Children of ISIS
As the war in Mosul comes to an end and ISIS retreats, legions of young victims are being left behind. Without help, they may pose a long-term threat to the security of the region and the world at large.
Children were uniquely victimized by ISIS. First, as bystanders caught in a brutal war, but more shockingly, as soldiers who were recruited, indoctrinated with a deadly ideology, then trained to kill and fight on the battlefield. As they are freed from ISIS, traumatized and untreated, they’re now melting back into society — still heavily influenced by their experience.
Sherri Talabany is one of the loudest voices calling for help. A former U.S. diplomat now living in the northern Iraqi city of Erbil, Talabany is president and founder of SEED, an NGO helping victims of ISIS. She fears that many recent arrivals desperately need help, or risk posing a danger not only to themselves and their families, but to the country and the world.
She observes, “the boys that were in DAESH training camp … were taught nothing but violence against their own families. Hatred and violence. they’ve been involved in murder, they’ve been involved in torture.”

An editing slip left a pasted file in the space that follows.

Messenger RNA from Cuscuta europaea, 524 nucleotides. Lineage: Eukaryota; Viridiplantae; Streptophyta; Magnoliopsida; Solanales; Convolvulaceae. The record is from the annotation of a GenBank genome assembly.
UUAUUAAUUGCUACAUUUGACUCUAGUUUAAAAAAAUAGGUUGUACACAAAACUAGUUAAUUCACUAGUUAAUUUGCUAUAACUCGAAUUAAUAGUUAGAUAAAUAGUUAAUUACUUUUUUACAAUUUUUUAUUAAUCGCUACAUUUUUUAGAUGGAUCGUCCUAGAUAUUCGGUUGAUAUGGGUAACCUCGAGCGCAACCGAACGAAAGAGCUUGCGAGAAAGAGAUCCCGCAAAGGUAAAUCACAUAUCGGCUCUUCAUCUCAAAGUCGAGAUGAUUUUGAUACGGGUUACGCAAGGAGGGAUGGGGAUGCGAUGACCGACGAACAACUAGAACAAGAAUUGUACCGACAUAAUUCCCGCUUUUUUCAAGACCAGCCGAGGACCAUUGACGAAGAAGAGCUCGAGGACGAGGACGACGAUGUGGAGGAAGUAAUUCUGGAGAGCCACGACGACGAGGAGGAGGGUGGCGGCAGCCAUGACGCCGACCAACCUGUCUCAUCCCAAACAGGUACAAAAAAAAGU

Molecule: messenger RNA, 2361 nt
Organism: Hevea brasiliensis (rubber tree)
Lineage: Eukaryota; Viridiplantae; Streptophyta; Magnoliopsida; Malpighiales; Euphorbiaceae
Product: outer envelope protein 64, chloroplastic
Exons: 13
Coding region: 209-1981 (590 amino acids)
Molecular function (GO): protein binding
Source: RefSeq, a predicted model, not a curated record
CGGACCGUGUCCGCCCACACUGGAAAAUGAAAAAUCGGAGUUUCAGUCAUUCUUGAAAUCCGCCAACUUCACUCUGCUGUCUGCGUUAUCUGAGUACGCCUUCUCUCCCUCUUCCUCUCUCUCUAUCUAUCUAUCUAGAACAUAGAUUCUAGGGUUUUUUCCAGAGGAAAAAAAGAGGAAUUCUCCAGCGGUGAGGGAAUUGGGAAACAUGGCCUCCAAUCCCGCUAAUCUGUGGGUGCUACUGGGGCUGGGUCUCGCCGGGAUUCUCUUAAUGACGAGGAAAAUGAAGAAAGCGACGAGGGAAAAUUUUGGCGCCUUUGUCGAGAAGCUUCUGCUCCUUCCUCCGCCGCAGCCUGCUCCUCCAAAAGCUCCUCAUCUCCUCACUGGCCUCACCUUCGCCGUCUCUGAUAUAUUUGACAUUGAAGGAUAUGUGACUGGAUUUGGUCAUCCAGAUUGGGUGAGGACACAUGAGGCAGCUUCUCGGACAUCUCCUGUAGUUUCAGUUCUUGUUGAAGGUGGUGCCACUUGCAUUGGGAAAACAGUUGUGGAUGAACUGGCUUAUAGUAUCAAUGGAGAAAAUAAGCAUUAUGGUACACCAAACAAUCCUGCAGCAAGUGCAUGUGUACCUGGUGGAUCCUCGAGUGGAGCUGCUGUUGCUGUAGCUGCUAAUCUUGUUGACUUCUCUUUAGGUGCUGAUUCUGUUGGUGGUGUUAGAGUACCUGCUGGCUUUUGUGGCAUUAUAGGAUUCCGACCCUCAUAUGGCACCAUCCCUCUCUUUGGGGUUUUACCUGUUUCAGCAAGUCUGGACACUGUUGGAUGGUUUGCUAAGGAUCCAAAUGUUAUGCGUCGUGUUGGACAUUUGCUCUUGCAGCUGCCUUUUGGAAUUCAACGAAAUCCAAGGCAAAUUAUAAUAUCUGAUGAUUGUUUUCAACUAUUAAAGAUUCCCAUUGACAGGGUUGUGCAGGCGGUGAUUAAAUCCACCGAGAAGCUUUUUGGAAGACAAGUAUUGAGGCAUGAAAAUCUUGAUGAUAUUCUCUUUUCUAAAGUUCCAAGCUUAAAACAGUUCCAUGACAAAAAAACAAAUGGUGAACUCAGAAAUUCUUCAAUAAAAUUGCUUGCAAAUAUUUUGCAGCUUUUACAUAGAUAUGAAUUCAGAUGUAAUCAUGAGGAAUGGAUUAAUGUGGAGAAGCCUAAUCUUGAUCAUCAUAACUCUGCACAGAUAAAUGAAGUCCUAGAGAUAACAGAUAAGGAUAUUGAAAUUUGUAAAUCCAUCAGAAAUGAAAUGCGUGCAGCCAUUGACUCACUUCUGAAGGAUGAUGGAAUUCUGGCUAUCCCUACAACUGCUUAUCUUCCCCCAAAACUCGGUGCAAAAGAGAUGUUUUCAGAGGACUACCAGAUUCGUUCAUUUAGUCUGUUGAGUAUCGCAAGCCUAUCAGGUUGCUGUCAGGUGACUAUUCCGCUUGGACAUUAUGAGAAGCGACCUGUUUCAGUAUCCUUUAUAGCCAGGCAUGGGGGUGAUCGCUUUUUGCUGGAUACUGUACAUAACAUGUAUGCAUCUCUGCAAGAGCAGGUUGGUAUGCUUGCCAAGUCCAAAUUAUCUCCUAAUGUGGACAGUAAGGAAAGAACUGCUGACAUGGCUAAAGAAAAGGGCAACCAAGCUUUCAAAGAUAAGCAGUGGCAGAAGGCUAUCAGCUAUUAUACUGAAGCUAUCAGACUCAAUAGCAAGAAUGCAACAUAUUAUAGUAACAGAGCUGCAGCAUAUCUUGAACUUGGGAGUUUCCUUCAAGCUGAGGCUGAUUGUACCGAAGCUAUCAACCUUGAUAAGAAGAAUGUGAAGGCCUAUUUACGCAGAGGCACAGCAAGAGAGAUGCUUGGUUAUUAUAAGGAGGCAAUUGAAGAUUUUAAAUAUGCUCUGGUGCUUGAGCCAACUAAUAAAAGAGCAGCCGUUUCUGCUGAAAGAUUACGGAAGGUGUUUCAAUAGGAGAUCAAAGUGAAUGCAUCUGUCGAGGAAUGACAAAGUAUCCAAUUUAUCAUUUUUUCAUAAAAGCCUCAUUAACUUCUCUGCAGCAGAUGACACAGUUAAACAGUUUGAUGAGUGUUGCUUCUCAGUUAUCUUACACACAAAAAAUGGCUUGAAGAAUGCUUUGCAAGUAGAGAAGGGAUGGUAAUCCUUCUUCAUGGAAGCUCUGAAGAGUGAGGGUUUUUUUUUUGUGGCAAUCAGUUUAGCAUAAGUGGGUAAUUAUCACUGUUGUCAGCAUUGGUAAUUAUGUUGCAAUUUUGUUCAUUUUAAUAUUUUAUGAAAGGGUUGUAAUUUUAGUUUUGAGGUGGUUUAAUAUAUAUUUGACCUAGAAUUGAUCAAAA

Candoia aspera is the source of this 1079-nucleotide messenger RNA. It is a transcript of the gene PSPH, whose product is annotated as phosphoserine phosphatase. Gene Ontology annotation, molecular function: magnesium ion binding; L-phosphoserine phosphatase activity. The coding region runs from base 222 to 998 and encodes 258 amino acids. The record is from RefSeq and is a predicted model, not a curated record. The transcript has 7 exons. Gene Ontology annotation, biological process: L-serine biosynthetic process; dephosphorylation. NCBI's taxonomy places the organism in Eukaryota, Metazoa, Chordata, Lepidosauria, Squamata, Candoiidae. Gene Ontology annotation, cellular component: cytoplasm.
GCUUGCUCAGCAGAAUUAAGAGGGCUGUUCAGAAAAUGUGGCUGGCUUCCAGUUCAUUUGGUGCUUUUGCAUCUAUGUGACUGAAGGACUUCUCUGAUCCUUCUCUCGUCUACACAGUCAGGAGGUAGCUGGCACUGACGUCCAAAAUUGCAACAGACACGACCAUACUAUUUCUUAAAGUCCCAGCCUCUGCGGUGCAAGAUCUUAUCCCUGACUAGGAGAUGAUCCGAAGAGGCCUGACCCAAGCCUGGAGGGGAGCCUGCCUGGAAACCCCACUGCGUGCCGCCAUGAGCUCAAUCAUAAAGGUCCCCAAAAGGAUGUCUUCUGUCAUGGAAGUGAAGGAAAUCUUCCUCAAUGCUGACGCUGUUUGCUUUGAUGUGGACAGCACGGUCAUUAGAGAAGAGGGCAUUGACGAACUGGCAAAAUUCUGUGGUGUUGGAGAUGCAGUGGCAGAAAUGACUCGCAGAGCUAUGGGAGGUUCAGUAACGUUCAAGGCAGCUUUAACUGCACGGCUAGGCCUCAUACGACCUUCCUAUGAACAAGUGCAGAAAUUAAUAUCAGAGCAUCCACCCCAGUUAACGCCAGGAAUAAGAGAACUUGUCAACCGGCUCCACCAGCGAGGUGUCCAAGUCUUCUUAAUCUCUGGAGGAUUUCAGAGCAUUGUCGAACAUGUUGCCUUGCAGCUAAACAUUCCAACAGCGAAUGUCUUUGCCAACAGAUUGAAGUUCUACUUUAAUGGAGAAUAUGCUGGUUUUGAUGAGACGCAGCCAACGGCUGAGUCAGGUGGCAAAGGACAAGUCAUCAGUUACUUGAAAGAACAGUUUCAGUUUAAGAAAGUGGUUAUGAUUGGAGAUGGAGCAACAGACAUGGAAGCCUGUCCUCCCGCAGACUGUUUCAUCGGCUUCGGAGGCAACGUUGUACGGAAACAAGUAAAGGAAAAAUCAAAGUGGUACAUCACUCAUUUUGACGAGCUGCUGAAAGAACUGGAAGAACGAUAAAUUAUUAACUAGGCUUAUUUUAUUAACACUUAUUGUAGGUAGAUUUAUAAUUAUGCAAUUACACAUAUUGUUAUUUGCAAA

Sherri says, “The terrible thing about the experience is, nobody knows what is going to happen next.”
“What we’re learning about this youth is that we need a very long term engagement and it needs to be very consistent, and it needs to be very intensive.”
“If we have this whole generation untreated and suffering from these traumatic events … We’re just going to be prone to another wave and cycle of ISIS or Al Qaeda 3.0.”
iRobot – Japan’s Robot Revolution
Japan is facing a population collapse that threatens its very existence. As with many of its problems, Japan is not looking for conventional solutions. It’s pressing forward in its own, uniquely Japanese way. The world’s third largest economy is looking to buttress its diminishing human population with a growing population of robots.
Japan’s robot revolution was explored during “CBSN: On Assignment” — a new primetime documentary series which premiered Monday, July 31, 2017, on the CBS Television Network and on CBSN, the network’s 24/7 streaming news service.
Japan is in crisis because humans aren’t having enough babies. The country has one of the world’s lowest birthrates. Coupled with a strict immigration policy, the nation’s numbers are on the decline, and they’re about to reach freefall.
Enter Japan’s robots. In a laboratory in Japan,…